Pathophysiology of treatment refractoriness is an evolving area of research and there are a lot of knowledge gaps. The studies have focussed on cancer stem cells (CSC), signalling pathways and multidrug resistance. OGS treatment refractoriness has been relatively well studied compared to others.

Gibbs et al16 demonstrated CSC in OGS which has the ability to self-renew, form sarcospheres and were multipotent. These cells had high expression of CD 133, CD 117 and Stro-1.17,18 In vitro studies in OGS cell lines and xenograft mouse model has shown that exposure to chemotherapy transforms a subpopulation of OGS cells to CSC like phenotype.19 These transformed cells have increased the capacity to form sarcospheres in vitro and initiation of tumour in vivo.20 These transformed cells are chemoresistant and are found in refractory OGS.21

It is thought that Wnt-β-catenin signalling pathway plays a key role in the development of OGS and chemotherapy resistance. Increased cytoplasmic expression β-catenin predicts lung metastasis in murine OGS cell line.22 Small interfering RNA (siRNA) mediated silencing of β-catenin leads to chemoresistance to doxorubicin mediated by N-kappaB, inhibition of invasion and motility in human OGS cell line.23 Increased expression of TWIST decreases β-catenin via PI3K pathway leading to cisplatin sensitivity in vitro.24 Knocking down of β-catenin results in methotrexate sensitivity in OGS cell line.25 Apart from Wnt-β-catenin pathway, Hedgehog pathway, Notch, MAP kinase and FGF signalling pathway play a role in maintaining OGS CSC.26

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Multidrug resistance in OGS is mediated through different mechanisms. ATP-binding cassette transporters play a key role in drug uptake and transport. Intracellular concentration of the drug is decreased by P-glycoprotein (P-gp), a membrane efflux pump.

P-gp is associated with multidrug resistance in OGS cell lines.27 High P-gp levels have been associated with poor event-free survival and increase the risk of adverse events.28 P-gp has a potential to be used as a biomarker for risk stratification in OGS. Polymorphisms in multidrug resistance-associated protein 2 have been associated with necrosis, methotrexate resistance, myelosuppression and cardiotoxicity.29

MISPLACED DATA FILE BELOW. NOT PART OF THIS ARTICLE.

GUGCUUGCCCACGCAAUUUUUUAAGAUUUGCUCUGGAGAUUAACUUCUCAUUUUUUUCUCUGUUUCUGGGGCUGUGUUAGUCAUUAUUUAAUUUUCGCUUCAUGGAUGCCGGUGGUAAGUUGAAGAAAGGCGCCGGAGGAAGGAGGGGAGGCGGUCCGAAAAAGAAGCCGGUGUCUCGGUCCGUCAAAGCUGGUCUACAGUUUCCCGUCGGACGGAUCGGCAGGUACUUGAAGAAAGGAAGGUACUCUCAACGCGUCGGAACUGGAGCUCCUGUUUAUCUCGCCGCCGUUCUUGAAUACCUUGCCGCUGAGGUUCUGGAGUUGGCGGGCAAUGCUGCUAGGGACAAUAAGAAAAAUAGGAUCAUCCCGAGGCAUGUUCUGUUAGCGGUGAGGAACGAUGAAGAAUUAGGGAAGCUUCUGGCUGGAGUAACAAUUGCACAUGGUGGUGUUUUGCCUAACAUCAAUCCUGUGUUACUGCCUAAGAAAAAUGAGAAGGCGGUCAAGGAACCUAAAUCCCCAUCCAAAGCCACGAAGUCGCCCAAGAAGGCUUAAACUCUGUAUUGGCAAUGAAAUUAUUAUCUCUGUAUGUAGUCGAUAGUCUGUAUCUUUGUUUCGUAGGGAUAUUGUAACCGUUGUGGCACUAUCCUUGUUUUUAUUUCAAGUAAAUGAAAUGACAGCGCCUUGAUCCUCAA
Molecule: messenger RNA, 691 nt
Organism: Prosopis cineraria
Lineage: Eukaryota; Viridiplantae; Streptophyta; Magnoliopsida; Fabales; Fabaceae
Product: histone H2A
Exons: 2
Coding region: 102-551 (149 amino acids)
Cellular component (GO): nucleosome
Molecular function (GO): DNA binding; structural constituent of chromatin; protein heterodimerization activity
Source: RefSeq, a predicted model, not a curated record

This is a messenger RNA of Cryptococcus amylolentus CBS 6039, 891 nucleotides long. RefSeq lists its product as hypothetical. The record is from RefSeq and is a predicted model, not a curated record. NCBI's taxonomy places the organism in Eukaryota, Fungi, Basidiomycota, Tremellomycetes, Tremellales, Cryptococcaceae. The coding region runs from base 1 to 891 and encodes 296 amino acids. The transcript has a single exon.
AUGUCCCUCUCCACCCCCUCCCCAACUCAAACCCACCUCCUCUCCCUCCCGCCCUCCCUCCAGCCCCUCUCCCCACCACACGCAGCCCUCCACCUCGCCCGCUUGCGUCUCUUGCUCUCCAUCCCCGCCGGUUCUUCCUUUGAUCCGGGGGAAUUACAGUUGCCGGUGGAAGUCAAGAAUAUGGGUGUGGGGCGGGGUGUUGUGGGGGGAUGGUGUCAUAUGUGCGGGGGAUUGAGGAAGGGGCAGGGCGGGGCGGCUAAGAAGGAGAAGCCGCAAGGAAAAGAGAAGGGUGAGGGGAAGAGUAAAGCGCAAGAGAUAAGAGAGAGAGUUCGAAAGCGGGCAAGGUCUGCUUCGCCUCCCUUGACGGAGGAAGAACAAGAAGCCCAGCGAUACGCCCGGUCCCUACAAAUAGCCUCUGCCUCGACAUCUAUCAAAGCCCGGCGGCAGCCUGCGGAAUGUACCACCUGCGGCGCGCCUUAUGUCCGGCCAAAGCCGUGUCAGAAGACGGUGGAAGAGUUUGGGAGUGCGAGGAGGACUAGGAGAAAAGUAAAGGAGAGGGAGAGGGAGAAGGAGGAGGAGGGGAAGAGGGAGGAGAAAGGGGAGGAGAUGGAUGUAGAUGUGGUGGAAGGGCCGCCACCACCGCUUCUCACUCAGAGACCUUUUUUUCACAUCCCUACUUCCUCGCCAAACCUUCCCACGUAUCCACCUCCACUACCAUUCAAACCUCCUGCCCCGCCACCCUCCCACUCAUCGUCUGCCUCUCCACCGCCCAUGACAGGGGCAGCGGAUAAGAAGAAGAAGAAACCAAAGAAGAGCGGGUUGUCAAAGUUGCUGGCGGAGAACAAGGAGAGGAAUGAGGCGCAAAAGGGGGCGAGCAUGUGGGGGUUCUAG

Methotrexate is one of the key drugs in OGS and it enters into cells through reduced folate carrier (RFC). Reduced RFC expression is associated with poor histologic response.30,31 Low levels of DNA topoisomerase II β are associated with multidrug resistance in OGS cell line.31 Human glutathione S-transferase P1 (GSTP1) overexpression is associated with poor histological response and prognosis, as it metabolizes chemotherapeutic agents.32,33 There is evidence to suggest that OGS cells develop resistance due to the ability to repair the DNA damaged by cisplatin. Excision repair cross-complementing (ERCC) polymorphisms were associated with event-free survival (EFS) in OGS patients.34–36 In a meta-analysis of 858 OGS patients, ERCC2 polymorphism Lys751Gln was associated with OS and His46His mutation was associated with EFS.36 A key enzyme in the base excision repair pathway (repairs DNA damage) is Apurinic/apyrimidinic exonuclease 1 (APEX 1). Increased expression of APEX 1 is associated with decreased disease-free survival and increased tumour recurrence.37 MicroRNAs modulate OGS drug resistance via DNA damage repair, apoptosis avoidance, suppression of autophagy, activation of cancer stem cells and alteration of OGS associated signal pathways.38